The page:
Research Paper Title
Diving in the Arctic: Cold Water Immersion’s Effects on Heart Rate Variability in Navy Divers.
Diving close to the Arctic circle means diving in cold water regardless of the time of year. The human body reacts to cold through autonomous nervous system (ANS)-mediated thermoregulatory mechanisms. Diving also induces ANS responses as a result of the diving reflex.
In order to study ANS responses during diving in Arctic water temperatures, we retrospectively analysed repeated 5-min heart rate variability (HRV) measures and the mean body temperature from dives at regular intervals using naval diving equipment measurement tests in 0°C water. Three divers performed seven dives without physical activity (81-91 min), and two divers performed four dives with physical activity after 10 min of diving (0-10 min HRV recordings were included in the study).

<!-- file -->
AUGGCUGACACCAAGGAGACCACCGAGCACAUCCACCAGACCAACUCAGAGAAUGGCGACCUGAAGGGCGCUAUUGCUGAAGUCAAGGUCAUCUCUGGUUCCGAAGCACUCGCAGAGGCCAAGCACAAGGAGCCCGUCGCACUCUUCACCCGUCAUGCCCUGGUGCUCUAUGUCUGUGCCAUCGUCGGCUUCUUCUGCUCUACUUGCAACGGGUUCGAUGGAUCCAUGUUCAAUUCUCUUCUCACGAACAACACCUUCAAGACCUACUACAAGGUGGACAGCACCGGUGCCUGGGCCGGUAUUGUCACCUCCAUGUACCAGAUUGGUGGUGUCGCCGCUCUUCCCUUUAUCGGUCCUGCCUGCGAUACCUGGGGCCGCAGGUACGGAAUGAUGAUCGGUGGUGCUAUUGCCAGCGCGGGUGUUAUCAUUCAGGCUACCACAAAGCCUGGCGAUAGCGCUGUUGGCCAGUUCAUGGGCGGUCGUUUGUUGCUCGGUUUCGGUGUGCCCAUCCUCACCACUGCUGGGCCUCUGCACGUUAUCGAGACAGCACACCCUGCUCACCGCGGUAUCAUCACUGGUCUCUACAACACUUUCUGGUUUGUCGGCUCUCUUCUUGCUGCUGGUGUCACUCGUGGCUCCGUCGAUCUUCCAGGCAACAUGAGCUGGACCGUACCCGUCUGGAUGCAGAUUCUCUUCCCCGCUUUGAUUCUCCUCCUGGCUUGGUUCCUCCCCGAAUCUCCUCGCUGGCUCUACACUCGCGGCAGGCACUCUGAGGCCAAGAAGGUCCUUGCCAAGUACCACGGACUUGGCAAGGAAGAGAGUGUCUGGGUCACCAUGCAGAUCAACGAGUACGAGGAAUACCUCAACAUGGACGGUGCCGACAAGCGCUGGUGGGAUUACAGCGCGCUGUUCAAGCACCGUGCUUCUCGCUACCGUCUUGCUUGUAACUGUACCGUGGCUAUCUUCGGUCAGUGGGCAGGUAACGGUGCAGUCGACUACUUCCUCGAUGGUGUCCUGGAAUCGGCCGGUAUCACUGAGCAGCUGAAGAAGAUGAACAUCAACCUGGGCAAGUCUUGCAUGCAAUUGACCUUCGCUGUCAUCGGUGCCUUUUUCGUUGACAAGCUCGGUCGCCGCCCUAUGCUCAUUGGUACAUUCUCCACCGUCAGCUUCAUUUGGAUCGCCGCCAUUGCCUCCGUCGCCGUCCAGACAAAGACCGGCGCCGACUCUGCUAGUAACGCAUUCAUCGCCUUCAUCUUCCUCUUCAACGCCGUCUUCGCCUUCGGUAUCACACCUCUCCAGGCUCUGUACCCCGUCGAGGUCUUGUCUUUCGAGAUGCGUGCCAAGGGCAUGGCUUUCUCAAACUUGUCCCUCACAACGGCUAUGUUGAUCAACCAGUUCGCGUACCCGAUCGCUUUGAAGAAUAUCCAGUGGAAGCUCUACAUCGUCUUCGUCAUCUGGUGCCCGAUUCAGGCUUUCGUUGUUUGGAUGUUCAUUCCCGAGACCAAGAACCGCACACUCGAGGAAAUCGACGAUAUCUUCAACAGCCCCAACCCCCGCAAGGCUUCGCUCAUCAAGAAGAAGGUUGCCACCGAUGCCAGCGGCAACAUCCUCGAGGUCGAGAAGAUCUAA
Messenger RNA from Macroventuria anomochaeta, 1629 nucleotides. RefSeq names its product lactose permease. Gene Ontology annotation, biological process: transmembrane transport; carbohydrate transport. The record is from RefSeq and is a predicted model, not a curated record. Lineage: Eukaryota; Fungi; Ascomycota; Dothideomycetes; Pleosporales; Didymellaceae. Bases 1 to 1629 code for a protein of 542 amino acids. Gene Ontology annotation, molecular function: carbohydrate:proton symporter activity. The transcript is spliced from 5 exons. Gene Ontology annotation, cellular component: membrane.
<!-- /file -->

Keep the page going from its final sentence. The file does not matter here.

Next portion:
Our study showed a significant increase in parasympathetic activity (PNS) at the beginning of the dives, after which PNS activity decreased significantly (measure 5-10 min). Subsequent measurements (15-20 min and onward) showed a significant increase in PNS activity over time.
Our results suggest that the first PNS responses of the human diving reflex decrease quickly. Adverse effects of PNS activity should be considered on long and cold dives. To avoid concurrent sympathetic (SNS) and PNS activity at the beginning of dives, which in turn may increase the risk of arrhythmia in cold water, we suggest a short adaptation phase before physical activity. Moreover, the researchers suggest it is prudent to give special attention to cardiovascular risk factors during pre-dive examinations for cold water divers.
Lundell, R.V., Raisanen-Sokolowski, A.K., Wuorimaa, T.K., Ojanen, T. & Parkkola, K.I. (2020) Diving in the Arctic: Cold Water Immersion’s Effects on Heart Rate Variability in Navy Divers. Frontiers in Physiology. doi: 10.3389/fphys.2019.01600. eCollection 2019.